First is the reality of discrimination. Despite the progress of the past decades, and despite federal, state and local efforts to eradicate barriers to equal educational opportunity, real and flagrant examples of intentional discrimination remind us that not every member of the education community can be counted on to act in good faith. In dramatically more cases, adequate education and assistance have not reached those who may be ignorant of the civil rights laws and the terrible consequences for students and the country alike when equal access to educational opportunity is denied.
Second is the increasing gap between the work of the Office and the resources available to carry out our vital mission. Each decade since 1964 has brought additional responsibilities to the Office for Civil Rights. More recent budget pressures at the federal, state and local level make it perhaps more difficult for schools, colleges and universities to confront the problems of equal educational opportunity. So while OCR loses staff -- its most vital resource -- its workload continues to grow. This is shown on the table below.
*FY 1990 and FY 1995 Appropriation after sequestration; FY 1997 Appropriation after recision OCR's budget has dropped from a high of $58,236,000 in FY 1995 to $55,277,000 in FY 1996 and only $54,900,000 in FY 1997.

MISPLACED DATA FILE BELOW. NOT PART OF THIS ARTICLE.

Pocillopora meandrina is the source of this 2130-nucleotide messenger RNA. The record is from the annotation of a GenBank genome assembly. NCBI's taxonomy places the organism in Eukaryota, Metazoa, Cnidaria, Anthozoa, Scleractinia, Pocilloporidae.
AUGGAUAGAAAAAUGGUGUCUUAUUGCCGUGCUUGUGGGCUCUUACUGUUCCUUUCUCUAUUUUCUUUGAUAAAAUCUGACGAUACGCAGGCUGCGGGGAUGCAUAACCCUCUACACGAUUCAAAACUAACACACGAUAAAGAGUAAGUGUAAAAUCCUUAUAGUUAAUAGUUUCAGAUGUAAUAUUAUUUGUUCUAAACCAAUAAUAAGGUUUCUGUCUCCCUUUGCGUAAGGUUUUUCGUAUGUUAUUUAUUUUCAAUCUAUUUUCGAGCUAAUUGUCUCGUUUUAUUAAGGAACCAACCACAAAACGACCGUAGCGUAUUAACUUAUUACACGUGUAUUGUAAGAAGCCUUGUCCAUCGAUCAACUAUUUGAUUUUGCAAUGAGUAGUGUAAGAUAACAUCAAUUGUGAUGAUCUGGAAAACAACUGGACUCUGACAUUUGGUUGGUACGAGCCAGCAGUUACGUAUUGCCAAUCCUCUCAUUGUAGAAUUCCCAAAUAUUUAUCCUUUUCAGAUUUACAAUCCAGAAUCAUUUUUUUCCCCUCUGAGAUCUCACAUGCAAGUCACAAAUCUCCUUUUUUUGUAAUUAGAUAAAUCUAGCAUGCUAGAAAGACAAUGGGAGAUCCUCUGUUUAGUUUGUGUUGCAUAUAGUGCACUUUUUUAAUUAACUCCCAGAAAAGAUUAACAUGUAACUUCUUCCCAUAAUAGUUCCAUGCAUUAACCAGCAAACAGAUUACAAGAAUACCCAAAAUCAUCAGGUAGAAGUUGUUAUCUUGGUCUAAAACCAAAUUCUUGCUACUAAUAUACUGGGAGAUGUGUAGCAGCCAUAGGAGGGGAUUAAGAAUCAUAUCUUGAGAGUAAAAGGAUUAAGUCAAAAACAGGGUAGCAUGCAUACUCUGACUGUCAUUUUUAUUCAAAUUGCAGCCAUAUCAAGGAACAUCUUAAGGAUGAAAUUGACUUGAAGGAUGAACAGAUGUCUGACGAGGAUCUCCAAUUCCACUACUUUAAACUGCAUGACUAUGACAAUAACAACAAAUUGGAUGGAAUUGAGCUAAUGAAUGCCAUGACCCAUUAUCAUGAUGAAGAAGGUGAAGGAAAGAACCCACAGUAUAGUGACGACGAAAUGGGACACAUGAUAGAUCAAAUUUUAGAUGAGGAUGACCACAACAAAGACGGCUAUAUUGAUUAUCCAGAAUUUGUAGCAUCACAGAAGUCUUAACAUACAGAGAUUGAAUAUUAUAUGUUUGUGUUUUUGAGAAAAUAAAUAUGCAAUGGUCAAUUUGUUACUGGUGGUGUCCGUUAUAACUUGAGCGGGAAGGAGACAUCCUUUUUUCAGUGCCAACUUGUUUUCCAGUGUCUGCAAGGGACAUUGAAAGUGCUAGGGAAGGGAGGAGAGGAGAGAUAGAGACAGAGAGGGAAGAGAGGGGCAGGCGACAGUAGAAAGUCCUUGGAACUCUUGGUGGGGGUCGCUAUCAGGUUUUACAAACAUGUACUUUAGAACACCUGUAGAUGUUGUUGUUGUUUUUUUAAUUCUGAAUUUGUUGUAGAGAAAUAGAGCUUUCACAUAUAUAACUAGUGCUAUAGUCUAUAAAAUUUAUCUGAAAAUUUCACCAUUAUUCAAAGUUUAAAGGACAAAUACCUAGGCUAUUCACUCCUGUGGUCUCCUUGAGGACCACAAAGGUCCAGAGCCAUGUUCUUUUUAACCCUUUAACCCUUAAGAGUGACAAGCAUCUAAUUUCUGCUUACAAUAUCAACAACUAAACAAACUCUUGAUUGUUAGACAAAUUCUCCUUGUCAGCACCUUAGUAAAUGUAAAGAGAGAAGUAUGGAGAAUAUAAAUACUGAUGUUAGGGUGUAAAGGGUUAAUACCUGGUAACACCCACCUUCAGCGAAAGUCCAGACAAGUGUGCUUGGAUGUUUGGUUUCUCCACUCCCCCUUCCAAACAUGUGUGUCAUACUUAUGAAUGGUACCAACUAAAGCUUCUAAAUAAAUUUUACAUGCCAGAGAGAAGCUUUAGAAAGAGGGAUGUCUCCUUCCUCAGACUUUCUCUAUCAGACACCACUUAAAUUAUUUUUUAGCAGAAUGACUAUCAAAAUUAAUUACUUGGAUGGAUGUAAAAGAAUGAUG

Adequate investment is required to provide funding for OCR's staff and non-personnel needs. These include costs of prosecuting cases, development of strong, educationally sound remedies, staff improvement, legal research, publications and outreach, and the national civil rights surveys postponed in FY 1996 because of lack of funding level under the continuing resolutions. The President has proposed a budget for OCR in FY 1998 of $61,500,000. This is less than a dollar per year for each of America's students. An end to illegal discrimination in the nation's schools and colleges deserves no less.
|"I believe the most important thing you can do is to have high expectations for students -- to make them believe they can learn, to tell them they're going to have to learn really difficult, challenging things, to assess whether they're learning or not, and to hold them accountable as well as to reward them. ... Once you have high standards and high expectations, there is an unlimited number of things that can be done."
|"While I rode in the back seat on the bus of opportunity during my lifetime, I want my daughter's daughter and her peers to be able to select a seat based on their abilities and their willingness to work. Don't deny them the things I dreamed of, don't deny them the opportunities that are and should be their birth right."
Released: May 1997
| Responsibilities of the Office for Civil Rights | The Laws Apply to Educational Institutions | The Laws Apply to Students and Employees | OCR Responds to Discrimination Complaints from the Public | How OCR Resolves Complaints | OCR Conducts Compliance Reviews | OCR's Technical Assistance Helps People and Institutions | Impact of the Civil Rights Laws | Contacting OCR | Challenges |
This page last updated on 12/28/00 (sbd)